Plantar Fasciitis (PF) is a painful inflammatory process of the plantar fascia—the connective tissue on the bottom surface of the foot (sole), a thick fibrous band of connective tissue originating on the bottom surface of the heel bone, and extending along the sole of the foot toward the toes. PF is an overuse condition of the foot causing disorganization and irritation of the plantar fascia.
The primary role of the plantar fascia is to absorb shock from the weight of the body by maintaining the longitudinal arch of the foot.
It has been reported that PF occurs in two million Americans a year and in 10% of the US population over a lifetime.
The pain is usually felt on the underside of the heel, and is often most intense with the first steps of the day. Another symptom is difficulty in dorsiflexion—bringing the toes toward the shin. A symptom commonly recognized among PF clients is an increased probability of knee pain, especially among runners.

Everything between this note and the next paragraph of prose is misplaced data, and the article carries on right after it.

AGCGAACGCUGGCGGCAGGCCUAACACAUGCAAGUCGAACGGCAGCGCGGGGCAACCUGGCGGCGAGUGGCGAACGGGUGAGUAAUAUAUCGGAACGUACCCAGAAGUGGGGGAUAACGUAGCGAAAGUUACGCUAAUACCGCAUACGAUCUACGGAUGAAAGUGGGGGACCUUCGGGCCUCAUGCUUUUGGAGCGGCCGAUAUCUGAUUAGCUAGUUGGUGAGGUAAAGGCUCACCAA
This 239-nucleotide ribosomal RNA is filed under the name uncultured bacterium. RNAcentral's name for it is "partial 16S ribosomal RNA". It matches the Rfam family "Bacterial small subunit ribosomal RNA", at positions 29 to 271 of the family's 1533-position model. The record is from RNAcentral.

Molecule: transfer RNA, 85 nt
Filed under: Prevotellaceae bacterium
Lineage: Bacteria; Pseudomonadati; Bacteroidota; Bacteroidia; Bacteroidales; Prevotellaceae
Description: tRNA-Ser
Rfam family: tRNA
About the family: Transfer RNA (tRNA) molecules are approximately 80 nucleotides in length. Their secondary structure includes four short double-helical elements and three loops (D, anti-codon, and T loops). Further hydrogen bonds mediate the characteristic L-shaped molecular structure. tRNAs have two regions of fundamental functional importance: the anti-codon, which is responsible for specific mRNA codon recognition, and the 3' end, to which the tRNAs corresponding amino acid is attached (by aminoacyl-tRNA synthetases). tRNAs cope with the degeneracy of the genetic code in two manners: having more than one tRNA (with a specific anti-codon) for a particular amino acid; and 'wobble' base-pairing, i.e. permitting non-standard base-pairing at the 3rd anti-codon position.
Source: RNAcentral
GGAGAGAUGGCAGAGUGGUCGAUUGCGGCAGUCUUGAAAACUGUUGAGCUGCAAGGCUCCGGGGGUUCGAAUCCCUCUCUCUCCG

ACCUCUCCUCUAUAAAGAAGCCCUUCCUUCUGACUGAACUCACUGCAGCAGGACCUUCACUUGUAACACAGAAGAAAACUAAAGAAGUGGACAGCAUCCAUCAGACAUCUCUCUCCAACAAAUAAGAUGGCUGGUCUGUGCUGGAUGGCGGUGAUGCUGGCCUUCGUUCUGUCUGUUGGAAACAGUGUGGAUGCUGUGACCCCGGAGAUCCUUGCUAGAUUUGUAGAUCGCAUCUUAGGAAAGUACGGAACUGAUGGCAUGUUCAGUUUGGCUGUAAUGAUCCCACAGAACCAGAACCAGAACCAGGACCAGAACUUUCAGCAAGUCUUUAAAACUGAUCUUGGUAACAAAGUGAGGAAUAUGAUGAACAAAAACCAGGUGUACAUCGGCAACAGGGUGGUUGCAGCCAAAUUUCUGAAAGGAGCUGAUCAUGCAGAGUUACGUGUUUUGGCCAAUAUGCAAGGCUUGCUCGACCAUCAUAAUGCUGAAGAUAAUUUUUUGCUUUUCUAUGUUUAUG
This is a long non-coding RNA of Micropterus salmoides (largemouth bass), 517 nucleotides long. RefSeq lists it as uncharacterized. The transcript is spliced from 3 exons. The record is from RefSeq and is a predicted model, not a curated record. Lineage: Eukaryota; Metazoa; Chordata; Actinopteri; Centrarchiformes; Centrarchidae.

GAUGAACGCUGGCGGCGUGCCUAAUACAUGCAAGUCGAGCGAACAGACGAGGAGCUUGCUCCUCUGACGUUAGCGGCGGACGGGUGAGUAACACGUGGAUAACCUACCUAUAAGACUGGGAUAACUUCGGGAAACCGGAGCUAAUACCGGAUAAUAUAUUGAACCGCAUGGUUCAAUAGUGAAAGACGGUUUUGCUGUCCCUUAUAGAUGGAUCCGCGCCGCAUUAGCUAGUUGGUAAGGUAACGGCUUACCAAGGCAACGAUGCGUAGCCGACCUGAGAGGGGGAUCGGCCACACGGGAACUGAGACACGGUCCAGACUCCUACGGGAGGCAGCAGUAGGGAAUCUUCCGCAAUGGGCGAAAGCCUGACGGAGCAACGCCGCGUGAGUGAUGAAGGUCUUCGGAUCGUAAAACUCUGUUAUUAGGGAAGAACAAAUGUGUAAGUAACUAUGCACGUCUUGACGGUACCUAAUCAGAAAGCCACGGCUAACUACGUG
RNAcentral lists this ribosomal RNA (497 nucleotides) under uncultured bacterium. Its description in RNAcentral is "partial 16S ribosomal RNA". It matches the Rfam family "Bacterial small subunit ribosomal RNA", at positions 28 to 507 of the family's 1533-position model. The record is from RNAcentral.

The most common causes are two tight calf muscles, fallen arches, pelvic imbalance, trauma, weight gain, high heels, and pregnancy.
Clinical massage and bodywork treatment consists of lengthening the muscles in the calf first and then the plantar fascia, working between each long bone of the foot (metatarsals) to create movement, separation and space, bringing blood and oxygen to the intrinsic muscles, softening the deep interosseous membranes between the bones and adhesions to create joint space, and to help reduce calcification or bone spurs.
Home self-care is important: Specific stretching both calf muscles, one with a knee bent and the other with the knee locked, and the plantar fascia are critical in eliminating the symptoms of plantar fasciitis and maintaining the new healthy muscle lengths.